So I’m grateful, and excited, to be in a position to work on both sides of the coin to effect change. And, I get to work with folks currently managing MAPP and the security release every month to help make these changes possible. Their good work also makes it possible for me leave Redmond and engage directly with the community in crucial industry events. Just recently, I had the chance to jump back into my partner outreach role within the EcoStrat team and had the chance to travel.
I am starting to really understand the need to be multicultural in the job we do here on the EcoStrat team. Many times it’s the cultural differences that sometime make or break the security messages we are trying to get across. This is one reason why this team travels a lot to target every place that Microsoft technologies are prevalent. It’s also the number one reason why I pick myself up and out of the day-to-day operations to understand these differences.
Last month, I got to put back on my FIRST Steering committee hat, and I traveled to the beautiful but cold city of Riga, Latvia. The FIRST Steering Committee has four meetings a year to get work done for its members. We usually use the technical colloquiums (TC) as good times to get together and partake in the great “watering hole” activities described in Andrew Cushman’s last blog.
The TC is organized by a local host. The local host for this one was Trans-European Research and Education Network Association (TERENA) computer security incident response team (TF-CSIRT). TERENA is an organization that focuses on offering a forum to collaborate, innovate and share knowledge in order to foster the development of internet technology, infrastructure and services for the research and education communities. They present and train at the TC server to educate security teams, highlighting new techniques to deal with relevant computer security issues. Usually I get to just sit back and enjoy the presentations but his time was a little different. The majority of the presentations were centered on the latest Conficker worm. Not familiar to you? Well, cruise on down to the following Microsoft Conficker page and relevant posts on the MSRC and MMPC blogs.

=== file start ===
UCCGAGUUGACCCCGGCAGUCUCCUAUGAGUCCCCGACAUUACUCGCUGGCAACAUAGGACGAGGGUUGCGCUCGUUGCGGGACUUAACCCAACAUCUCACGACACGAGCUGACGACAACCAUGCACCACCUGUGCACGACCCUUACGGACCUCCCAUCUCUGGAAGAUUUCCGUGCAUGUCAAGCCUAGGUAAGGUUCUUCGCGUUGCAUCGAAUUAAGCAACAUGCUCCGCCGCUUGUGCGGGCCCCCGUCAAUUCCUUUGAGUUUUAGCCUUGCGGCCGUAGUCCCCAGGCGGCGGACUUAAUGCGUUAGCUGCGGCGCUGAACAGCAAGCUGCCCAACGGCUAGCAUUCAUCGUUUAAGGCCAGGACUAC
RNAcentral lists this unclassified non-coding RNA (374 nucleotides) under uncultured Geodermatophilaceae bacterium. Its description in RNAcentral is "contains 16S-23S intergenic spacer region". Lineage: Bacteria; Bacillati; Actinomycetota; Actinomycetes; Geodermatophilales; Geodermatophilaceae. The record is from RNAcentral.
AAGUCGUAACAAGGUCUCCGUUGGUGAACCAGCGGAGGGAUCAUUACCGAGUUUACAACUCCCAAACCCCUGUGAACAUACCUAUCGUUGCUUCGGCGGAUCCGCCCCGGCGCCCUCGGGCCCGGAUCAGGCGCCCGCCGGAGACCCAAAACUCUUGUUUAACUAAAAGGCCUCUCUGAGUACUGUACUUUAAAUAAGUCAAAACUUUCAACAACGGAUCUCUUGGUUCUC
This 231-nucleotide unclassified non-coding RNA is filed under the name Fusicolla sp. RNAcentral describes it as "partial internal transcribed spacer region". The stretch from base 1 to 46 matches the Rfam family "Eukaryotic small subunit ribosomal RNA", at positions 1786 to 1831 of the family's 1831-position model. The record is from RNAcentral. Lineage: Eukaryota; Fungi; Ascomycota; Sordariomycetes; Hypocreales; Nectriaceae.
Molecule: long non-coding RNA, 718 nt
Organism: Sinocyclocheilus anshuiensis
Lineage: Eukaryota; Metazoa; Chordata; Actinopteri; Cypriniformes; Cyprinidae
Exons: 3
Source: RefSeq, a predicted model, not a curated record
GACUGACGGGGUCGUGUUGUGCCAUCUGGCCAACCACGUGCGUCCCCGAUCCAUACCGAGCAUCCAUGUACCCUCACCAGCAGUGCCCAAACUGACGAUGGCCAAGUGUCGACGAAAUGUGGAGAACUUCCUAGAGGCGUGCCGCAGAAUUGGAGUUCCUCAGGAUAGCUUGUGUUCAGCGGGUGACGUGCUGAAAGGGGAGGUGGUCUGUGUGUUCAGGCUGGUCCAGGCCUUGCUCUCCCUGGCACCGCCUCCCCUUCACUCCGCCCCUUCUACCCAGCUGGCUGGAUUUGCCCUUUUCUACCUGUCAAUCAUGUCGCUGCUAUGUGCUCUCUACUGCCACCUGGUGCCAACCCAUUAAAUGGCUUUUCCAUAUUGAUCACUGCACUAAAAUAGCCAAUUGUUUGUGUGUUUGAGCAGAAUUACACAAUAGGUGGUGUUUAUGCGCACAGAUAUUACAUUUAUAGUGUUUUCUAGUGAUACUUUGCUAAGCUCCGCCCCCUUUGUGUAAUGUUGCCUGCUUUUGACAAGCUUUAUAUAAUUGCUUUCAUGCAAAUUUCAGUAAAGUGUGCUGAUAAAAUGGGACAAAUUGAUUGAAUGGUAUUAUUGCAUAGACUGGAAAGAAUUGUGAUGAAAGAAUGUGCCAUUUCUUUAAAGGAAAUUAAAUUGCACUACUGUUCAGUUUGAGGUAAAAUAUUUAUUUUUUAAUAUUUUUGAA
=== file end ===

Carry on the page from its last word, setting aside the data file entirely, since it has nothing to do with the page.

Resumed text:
Being the lone Microsoft guy and a member of the Steering Committee was very interesting to say the least. After this conference, I personally know almost every European CERT or CSIRT contact after fielding some good and frank questions about Conficker.